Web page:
He enlisted in the USAAF in Milwaukee, Wisconsin, on 28 January 1942. He completed fighter pilot training and earned his commission and pilot wings. On 9 July 1944, a flight of P-51-A-10 Mustangs, including # 43-6282, assigned to the 311th Fighter Group, 530th Fighter Squadron, took off from the 10th Air Force field at Tingkawk Sakan, India, on a mission to intercept enemy aircraft south of Myitkyina, Burma. A P-51-A-10, 43-6282, flown by Capt. John F. Emery, 0-665185, was shot down by enemy fighters 20 miles south of Sahmaw, Burma, at about 1305 hours. Immediately after enemy fighters dove on B-25s and then fired on their formation, 2ndLt. Wall saw Emery break away on a 30-degree dive with coolant streaming from under the fuselage. 1stLt Wilbourne saw a P-51 below him make passes at an enemy Oscar. He joined in that chase south down the Irrawady to the bottom of the Love-William area. He shot off the tail of an Oscar then pulled up sharply. He lost sight of the other P-51 and the other Oscar underneath. He was jumped by a Zero and took evasive action into clouds. About 15 minutes later, over Bhamo, he heard whom he thought was Emery calling on GI 3, and gave his position as 20 miles south of Sahmaw. He reported 3 Tojos at that position. He heard no other radio reports. Capt. Emery is remembered on the memoral wall at the Manila American Cemetery & Memorial, Philippines. He was awarded the Distinguished Flying Cross, Air Medal and Purple Heart.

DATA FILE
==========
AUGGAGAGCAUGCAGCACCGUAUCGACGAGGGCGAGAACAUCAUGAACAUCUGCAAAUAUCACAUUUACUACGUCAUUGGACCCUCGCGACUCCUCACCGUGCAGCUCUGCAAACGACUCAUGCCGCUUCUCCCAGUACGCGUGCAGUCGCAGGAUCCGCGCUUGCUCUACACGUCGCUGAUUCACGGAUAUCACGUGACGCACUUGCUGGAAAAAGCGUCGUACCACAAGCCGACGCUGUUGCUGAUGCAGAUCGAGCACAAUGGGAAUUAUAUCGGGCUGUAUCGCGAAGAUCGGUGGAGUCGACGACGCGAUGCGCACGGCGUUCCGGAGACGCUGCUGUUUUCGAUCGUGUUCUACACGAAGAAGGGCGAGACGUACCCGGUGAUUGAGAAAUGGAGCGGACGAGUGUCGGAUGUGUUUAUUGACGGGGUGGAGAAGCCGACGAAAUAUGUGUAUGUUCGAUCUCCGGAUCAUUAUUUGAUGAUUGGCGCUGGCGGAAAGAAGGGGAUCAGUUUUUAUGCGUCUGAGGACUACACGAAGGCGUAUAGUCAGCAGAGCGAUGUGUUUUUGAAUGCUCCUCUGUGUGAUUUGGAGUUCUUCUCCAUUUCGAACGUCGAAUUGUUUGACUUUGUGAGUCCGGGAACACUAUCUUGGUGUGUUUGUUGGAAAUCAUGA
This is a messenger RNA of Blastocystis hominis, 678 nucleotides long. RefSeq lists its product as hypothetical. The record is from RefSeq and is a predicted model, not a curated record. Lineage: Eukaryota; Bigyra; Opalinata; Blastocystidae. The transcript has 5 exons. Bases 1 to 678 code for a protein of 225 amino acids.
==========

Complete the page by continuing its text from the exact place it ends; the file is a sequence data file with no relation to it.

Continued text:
His brother, Valmer C. Emery Jr., served in the USAAF as a pilot of a B-26 bomber. During training on a flight from Dodge Field, Dodge City, Kansas, and near Wold-Chamberlain Field, Minnesota, the pilots of the B-26 “dived [the bomber] in an heroic attempt to avoid hitting residences.” Killed were: Lt. T.J. Reach, 22, Chicago; Lt. Valmer C. Emery Jr., 24, Milwaukee; Lt. Arnold M. Bridges, 22, Detroit; Sgt. Leo G. Wantuck, 24, Michigan City, Indiana; Sgt. A.D. Bronk, 25, Ravens, N.Y.; and Pvt. Frank C. Spiecker, 21, Lockport, IL. Witnesses said the bomber swopped sharply off its course, banked, then plunged nose down into the ground. A moment later, it became a flaming death pyre as a terrific explosion was followed closely by a second. The bomber grazed trees, telephone wires and garages, and narrowly missed Morris Park school where several hundred children attended classes. The wreckage was in vacant lots where a short time before several youngsters were playing.